Lessons from Tai Chi on Playing Slide Guitar
And being good enough at other things
Three weeks into my Tai Chi class, I’m practicing ‘cloud hands’ at 7 am. It’s the first thing you have to learn before you move on to the 37 flowing movements. The action involves rotating your arms in gentle arcs, matching the rhythm of your breath. As I do this I have a series of epiphanies.
To learn something new, enthusiasm is good, commitment is great, but letting go of yourself is essential too
Last night I was experimenting with my new fretless slide guitar. Having achieved a smooth 12 bar blues strum, I was trying to transition to a melody line and while it sounded correct, my fingers were cramping up, and it came out too contrived. It started losing that warm bluesy feeling. Playing the blues shouldn’t be mechanical.
This morning, my Tai Chi instructor observes my movements and says I’m doing them right, but… I’m putting in too much effort. My arms are stiff. I loosen them. The stiffness moves to my shoulders, I drop them. The knees get stiff. It’s just so hard to let go. I stop and relax my muscles. I breathe and begin again, this time just letting it flow, and it feels different. The movements are easy and the instructor gives a nod of approval.
I realise now that it’s the same with the slide guitar. I wasn’t giving myself time to breathe, literally and metaphorically. I was focusing so much on getting it right, the strings were begging me to let go and relax.
I return home, and pick up the guitar, steady my breath, loosen the shoulders, the hands and sink in. There are slip ups, but that’s fine and soon the music sounds different. It sounds the way it should, like whiskey with a splash of spring water. Moreover, with the pressure gone, it’s fun again.
Most times ‘good enough’ is pretty good
Sometimes, trying to achieve mastery can become a road block. Diving deep into details and tinkering with something till it’s perfect can be myopic. It seems like we jump into projects with a finite amount of enthusiasm. There is a tendency to use it all up on finicky bits. Sure, enthusiasm can get replenished, but that moment of first discovery is lost and it can be a while before you return to it - dented with a few misgivings. When you expend your enthusiasm you get frustrated and give up.
In Tai Chi it’s alright to not be perfect at first, there’s a lifetime of practice before us. The mind and body have their own rhythm and will take their own time to achieve mastery. Move on when you think you are good enough. Once the arms are moving fine, we start with the feet. I breathe in and lift a foot. Breathe out as I let it land to the side. The process is repeated with the other foot. We combine it with the arms. The whole body moves in slow coordination. There are a few missteps. I have to remember to breathe and relax. Interesting how the movement of feet and arms guide each other — mutually consensual.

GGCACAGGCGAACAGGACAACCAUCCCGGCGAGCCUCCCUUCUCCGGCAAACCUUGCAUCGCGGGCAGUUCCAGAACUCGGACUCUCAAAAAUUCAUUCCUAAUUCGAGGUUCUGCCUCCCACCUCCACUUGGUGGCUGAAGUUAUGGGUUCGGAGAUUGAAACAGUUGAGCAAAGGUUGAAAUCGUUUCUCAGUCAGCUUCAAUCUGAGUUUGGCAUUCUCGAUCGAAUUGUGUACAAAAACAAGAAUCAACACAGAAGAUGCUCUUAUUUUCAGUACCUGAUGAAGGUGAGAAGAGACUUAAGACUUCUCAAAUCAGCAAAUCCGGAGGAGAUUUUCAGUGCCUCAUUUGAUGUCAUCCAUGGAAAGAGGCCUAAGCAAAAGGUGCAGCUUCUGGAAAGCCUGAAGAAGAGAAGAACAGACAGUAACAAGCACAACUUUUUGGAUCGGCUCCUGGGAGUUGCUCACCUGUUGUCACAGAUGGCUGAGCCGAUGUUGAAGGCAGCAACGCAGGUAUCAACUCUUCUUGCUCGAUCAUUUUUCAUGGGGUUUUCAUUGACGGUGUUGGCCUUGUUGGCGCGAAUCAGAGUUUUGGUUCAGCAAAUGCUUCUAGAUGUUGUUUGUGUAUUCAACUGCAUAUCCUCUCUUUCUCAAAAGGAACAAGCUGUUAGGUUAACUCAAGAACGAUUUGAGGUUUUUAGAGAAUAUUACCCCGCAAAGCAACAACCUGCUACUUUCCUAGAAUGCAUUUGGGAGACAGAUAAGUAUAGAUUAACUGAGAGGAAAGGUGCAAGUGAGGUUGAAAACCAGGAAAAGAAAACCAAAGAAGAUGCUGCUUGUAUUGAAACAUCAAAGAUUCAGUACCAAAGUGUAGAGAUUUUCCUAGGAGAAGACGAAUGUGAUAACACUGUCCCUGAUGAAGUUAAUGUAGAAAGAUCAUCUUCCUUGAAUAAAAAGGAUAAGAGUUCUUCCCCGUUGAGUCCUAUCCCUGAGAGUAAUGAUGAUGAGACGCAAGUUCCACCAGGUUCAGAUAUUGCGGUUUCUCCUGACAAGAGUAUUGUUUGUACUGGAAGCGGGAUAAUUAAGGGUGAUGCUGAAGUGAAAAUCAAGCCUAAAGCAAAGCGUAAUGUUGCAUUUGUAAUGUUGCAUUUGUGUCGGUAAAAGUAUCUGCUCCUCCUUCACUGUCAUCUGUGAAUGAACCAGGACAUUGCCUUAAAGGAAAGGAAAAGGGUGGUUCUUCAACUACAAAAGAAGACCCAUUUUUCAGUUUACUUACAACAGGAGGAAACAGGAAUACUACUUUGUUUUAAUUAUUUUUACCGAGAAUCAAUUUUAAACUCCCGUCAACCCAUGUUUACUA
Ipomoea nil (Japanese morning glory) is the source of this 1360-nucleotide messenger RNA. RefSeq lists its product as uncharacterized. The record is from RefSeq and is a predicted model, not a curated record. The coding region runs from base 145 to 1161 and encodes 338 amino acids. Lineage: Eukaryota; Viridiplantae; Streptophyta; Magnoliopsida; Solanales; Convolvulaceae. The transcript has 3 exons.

At home with the slide guitar, I slide up from the third fret to the fifth of the bass string. A low growl. I slide back. But the finger doesn’t stop on the third, it slips to the second. I try again, and get it right. Heck, it sounded pretty good when it was wrong. Maybe that’s the way to go.
Go vertical before you go horizontal
My Coursera account is a wasteland of abandoned learning. I love learning, but I tend to take on too much together. At that time it feels like all of it is possible. But life isn’t like that and sooner than later whether you like it or not, circumstances start to trim the hedges of your interests. I usually lose track of everything, unless I stick to one thing for a while. I am sure you have your own stories.
I’m impatient to get to the exciting stuff in the Tai Chi class. The long-termers are practicing Wushu Kung Fu sequences with wooden swords. There is a special grace in their synchronised movements. Standing in the outer edges, I am trying to meditate, trying to reach the same zone they are in. A classmate catches my eye and smiles. There’s time to learn more. Stay with Tai Chi for now, get good enough first.
Youtube is full of amazing talent. Folks with lightening fast fingers, euphoric fretboard work. I am learning the blues. But hoe down sounds awesome too on the cigar box guitar. I remind myself to slow down. If I take on too much I’ll only skim the surface. Get the blues going, then start with hoe down. Learning is a lifelong process. It’s easy to forget that.
Learning is meditation. As we learn new things, we also learn more about ourselves. How far will we go? How deep will we dive? How much will we change? These are questions that are answered in time. We have to keep moving to survive, to stay relevant. But it’s alright though to slow down some times, find our bearings, learn to nest and breathe.
Tarun is an experience designer. He loves making music. You can also follow him on Twitter for occasional comments on music and design.